Although women are usually regarded by society as very fragile and emotional creatures (hello, stereotypes), we can recall plenty of women who, by their personal example, have proved that they can be incredibly strong, both physically and emotionally. And today we want to tell the story of such a woman.
But first, do you remember the article about Mikhail Savitsky we posted several weeks ago? There we told you that Prabook was about to launch a new campaign dedicated to World War II. And we did it! The thing is that we want to honor the memory of its warriors by telling their stories and sharing them with millions of other people around the world. We will be grateful if you join this campaign. If your parents, grandparents or just some acquaintances of yours took part in WWII, please, share their stories right on our website. Let’s keep their memories alive!
And now let’s go back to the story of our heroine. Laura Knight was an English artist known for her realistic oil and watercolor paintings, etchings and drypoints which she created in the impressionist style.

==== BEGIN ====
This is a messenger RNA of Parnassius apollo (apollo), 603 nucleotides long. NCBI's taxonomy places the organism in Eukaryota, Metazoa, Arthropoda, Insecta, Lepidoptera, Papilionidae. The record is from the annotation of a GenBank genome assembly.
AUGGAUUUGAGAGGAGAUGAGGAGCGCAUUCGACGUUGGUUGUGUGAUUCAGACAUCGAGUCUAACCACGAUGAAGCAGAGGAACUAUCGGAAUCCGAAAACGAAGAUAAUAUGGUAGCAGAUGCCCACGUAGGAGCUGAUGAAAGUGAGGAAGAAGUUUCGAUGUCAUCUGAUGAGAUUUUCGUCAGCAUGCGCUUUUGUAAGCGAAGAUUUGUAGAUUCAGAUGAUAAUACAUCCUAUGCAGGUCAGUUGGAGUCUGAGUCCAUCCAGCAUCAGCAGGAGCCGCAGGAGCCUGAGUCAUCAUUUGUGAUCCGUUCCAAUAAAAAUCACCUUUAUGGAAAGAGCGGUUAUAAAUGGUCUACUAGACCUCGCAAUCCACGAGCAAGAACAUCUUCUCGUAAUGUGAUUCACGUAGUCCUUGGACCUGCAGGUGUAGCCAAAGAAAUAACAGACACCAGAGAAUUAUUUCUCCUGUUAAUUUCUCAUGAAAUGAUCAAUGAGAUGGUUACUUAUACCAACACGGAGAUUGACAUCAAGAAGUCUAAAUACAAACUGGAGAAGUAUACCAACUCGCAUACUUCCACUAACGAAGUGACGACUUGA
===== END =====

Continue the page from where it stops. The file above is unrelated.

The girl was raised without her father because he left the family soon after her birth. She started her artistic training in 1889 in northern France. Unfortunately, after some time in Paris, Laura had to come back because of financial problems. At the age of fifteen, Laura Knight started to work at the Brincliffe school for girls which she accomplished instead of her mother when the latter turned sick and soon died. Laura remained her teaching activity for some time giving private painting lessons.
The beginning of 1900s was rich for the artistic self-development of Laura and her husband, Harold Knight. Their first exhibitions were organized in 1906 at Leicester Galleries in London. After that, they took part in multiple other exhibitions, gaining popularity all over the world. Laura Knight was the only woman artist who was an official war painter during the Two World Wars. During the First World War, Laura Knight was commissioned a painting for the Canadian Government War Records office called “Physical training in Witley Camp.” At the outbreak of the Second World War, she signed the contract with War Artists’ Advisory Committee and became an official war artist. She created in total seventeen paintings among which were the pictures featuring brave women of the war, including Corporal J. D. M. Pearson, GC, WAAF (1940), Corporal J. M. Robbins (1940), Corporal Elspeth Henderson and Sergeant Helen Turner (1941).